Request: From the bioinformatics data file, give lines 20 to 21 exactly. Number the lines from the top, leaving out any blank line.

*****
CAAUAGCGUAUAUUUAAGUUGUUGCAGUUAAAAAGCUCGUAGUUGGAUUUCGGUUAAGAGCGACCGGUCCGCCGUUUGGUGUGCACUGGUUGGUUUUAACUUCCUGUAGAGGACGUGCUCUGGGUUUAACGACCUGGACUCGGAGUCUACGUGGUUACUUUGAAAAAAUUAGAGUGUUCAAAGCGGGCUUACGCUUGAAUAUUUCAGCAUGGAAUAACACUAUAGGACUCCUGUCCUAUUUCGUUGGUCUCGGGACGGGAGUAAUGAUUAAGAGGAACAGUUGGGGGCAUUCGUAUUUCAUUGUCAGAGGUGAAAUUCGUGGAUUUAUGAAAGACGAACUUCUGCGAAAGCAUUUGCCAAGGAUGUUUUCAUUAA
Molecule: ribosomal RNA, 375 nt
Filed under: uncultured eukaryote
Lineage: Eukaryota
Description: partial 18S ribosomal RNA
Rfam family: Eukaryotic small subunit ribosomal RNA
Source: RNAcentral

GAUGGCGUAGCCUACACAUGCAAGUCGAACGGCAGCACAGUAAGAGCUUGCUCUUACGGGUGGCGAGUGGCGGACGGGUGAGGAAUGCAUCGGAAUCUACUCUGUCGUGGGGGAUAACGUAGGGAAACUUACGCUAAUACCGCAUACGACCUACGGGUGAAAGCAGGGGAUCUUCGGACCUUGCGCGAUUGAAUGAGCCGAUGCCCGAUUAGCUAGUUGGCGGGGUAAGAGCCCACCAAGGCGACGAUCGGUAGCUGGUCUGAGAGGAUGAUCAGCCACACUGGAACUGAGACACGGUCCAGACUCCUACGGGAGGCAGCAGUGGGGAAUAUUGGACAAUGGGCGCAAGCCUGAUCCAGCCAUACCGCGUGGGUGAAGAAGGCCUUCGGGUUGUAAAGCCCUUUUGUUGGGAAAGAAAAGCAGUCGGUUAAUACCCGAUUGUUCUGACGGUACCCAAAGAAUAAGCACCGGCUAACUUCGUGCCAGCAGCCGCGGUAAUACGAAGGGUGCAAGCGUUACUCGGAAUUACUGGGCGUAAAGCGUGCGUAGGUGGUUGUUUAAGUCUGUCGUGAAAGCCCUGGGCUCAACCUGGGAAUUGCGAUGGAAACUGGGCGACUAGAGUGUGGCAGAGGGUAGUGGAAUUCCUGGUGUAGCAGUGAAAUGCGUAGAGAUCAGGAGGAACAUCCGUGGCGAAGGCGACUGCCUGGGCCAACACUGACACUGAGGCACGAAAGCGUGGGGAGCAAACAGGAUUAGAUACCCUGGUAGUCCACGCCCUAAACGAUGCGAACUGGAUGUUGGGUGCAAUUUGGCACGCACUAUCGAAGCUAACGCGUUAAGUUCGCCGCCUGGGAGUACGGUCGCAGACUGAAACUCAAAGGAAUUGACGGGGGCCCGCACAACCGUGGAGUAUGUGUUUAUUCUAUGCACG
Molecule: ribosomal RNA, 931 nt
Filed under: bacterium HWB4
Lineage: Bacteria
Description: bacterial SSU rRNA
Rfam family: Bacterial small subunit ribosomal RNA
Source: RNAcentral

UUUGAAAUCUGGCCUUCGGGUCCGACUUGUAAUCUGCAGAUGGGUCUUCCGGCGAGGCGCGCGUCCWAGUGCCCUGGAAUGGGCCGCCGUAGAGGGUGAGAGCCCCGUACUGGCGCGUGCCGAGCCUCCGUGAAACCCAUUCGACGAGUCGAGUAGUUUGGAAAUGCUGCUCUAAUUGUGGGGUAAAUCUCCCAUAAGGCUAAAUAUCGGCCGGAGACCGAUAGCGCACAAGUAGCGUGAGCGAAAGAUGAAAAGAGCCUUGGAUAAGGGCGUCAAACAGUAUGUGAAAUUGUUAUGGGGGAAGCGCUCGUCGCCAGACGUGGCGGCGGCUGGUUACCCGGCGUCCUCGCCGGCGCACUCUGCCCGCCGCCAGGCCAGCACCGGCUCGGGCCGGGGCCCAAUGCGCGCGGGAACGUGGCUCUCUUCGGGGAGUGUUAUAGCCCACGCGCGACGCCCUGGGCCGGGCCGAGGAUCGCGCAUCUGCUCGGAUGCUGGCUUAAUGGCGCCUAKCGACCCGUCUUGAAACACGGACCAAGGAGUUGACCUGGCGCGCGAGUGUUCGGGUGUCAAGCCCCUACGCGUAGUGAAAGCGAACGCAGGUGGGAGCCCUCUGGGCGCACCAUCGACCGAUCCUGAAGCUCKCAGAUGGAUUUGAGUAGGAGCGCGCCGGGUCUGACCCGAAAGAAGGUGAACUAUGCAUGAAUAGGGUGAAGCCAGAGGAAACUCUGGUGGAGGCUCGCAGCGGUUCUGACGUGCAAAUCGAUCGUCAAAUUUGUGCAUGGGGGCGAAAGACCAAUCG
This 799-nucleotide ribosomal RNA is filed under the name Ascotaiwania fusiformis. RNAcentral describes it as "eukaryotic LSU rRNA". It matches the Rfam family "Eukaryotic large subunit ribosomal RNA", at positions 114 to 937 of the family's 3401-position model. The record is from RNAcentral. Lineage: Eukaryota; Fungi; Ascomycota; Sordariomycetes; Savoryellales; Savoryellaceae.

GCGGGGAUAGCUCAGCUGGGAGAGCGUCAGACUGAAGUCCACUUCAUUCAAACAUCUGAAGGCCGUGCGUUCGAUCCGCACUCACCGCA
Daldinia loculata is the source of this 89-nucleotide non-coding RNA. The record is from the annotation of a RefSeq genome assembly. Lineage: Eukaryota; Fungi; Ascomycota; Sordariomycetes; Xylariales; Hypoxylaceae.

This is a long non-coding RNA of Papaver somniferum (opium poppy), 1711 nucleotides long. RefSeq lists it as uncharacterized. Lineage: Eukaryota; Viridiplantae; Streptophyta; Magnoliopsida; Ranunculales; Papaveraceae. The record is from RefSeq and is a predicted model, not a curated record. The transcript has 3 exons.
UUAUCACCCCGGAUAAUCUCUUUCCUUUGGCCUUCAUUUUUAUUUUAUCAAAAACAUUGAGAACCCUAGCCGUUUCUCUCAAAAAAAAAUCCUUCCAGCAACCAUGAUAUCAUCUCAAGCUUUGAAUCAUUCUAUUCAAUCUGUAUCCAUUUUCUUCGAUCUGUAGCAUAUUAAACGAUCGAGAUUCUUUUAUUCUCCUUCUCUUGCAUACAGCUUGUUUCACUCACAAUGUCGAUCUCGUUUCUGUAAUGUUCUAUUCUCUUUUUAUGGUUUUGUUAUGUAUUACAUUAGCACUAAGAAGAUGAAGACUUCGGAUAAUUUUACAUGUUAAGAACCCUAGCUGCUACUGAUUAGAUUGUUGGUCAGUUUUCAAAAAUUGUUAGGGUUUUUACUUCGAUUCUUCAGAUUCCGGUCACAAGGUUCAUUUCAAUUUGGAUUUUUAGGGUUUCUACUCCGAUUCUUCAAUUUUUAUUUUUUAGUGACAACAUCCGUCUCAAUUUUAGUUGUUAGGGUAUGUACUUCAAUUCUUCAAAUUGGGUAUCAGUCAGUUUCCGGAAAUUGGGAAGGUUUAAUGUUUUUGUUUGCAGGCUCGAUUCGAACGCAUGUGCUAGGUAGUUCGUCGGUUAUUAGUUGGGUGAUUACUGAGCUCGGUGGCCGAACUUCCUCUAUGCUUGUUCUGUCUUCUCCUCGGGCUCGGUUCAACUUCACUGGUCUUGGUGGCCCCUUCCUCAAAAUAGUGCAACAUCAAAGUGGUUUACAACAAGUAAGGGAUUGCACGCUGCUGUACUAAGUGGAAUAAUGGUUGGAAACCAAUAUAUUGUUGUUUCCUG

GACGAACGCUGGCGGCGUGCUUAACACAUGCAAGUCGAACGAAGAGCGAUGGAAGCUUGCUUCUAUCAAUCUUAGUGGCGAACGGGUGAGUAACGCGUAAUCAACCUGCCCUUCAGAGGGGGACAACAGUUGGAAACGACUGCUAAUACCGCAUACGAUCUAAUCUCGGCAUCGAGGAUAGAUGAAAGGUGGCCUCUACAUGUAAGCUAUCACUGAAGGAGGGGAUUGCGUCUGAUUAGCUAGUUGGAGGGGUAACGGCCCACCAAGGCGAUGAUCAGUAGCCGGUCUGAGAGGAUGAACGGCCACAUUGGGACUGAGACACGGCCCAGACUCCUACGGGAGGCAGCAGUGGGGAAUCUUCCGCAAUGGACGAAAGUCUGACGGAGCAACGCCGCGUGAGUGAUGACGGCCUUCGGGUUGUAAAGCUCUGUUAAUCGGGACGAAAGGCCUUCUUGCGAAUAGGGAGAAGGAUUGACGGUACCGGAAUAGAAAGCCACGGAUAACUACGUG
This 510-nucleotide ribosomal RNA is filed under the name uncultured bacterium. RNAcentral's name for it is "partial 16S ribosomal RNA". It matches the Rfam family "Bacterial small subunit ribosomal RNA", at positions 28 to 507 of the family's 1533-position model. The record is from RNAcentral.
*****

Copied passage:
UUAUCACCCCGGAUAAUCUCUUUCCUUUGGCCUUCAUUUUUAUUUUAUCAAAAACAUUGAGAACCCUAGCCGUUUCUCUCAAAAAAAAAUCCUUCCAGCAACCAUGAUAUCAUCUCAAGCUUUGAAUCAUUCUAUUCAAUCUGUAUCCAUUUUCUUCGAUCUGUAGCAUAUUAAACGAUCGAGAUUCUUUUAUUCUCCUUCUCUUGCAUACAGCUUGUUUCACUCACAAUGUCGAUCUCGUUUCUGUAAUGUUCUAUUCUCUUUUUAUGGUUUUGUUAUGUAUUACAUUAGCACUAAGAAGAUGAAGACUUCGGAUAAUUUUACAUGUUAAGAACCCUAGCUGCUACUGAUUAGAUUGUUGGUCAGUUUUCAAAAAUUGUUAGGGUUUUUACUUCGAUUCUUCAGAUUCCGGUCACAAGGUUCAUUUCAAUUUGGAUUUUUAGGGUUUCUACUCCGAUUCUUCAAUUUUUAUUUUUUAGUGACAACAUCCGUCUCAAUUUUAGUUGUUAGGGUAUGUACUUCAAUUCUUCAAAUUGGGUAUCAGUCAGUUUCCGGAAAUUGGGAAGGUUUAAUGUUUUUGUUUGCAGGCUCGAUUCGAACGCAUGUGCUAGGUAGUUCGUCGGUUAUUAGUUGGGUGAUUACUGAGCUCGGUGGCCGAACUUCCUCUAUGCUUGUUCUGUCUUCUCCUCGGGCUCGGUUCAACUUCACUGGUCUUGGUGGCCCCUUCCUCAAAAUAGUGCAACAUCAAAGUGGUUUACAACAAGUAAGGGAUUGCACGCUGCUGUACUAAGUGGAAUAAUGGUUGGAAACCAAUAUAUUGUUGUUUCCUG

GACGAACGCUGGCGGCGUGCUUAACACAUGCAAGUCGAACGAAGAGCGAUGGAAGCUUGCUUCUAUCAAUCUUAGUGGCGAACGGGUGAGUAACGCGUAAUCAACCUGCCCUUCAGAGGGGGACAACAGUUGGAAACGACUGCUAAUACCGCAUACGAUCUAAUCUCGGCAUCGAGGAUAGAUGAAAGGUGGCCUCUACAUGUAAGCUAUCACUGAAGGAGGGGAUUGCGUCUGAUUAGCUAGUUGGAGGGGUAACGGCCCACCAAGGCGAUGAUCAGUAGCCGGUCUGAGAGGAUGAACGGCCACAUUGGGACUGAGACACGGCCCAGACUCCUACGGGAGGCAGCAGUGGGGAAUCUUCCGCAAUGGACGAAAGUCUGACGGAGCAACGCCGCGUGAGUGAUGACGGCCUUCGGGUUGUAAAGCUCUGUUAAUCGGGACGAAAGGCCUUCUUGCGAAUAGGGAGAAGGAUUGACGGUACCGGAAUAGAAAGCCACGGAUAACUACGUG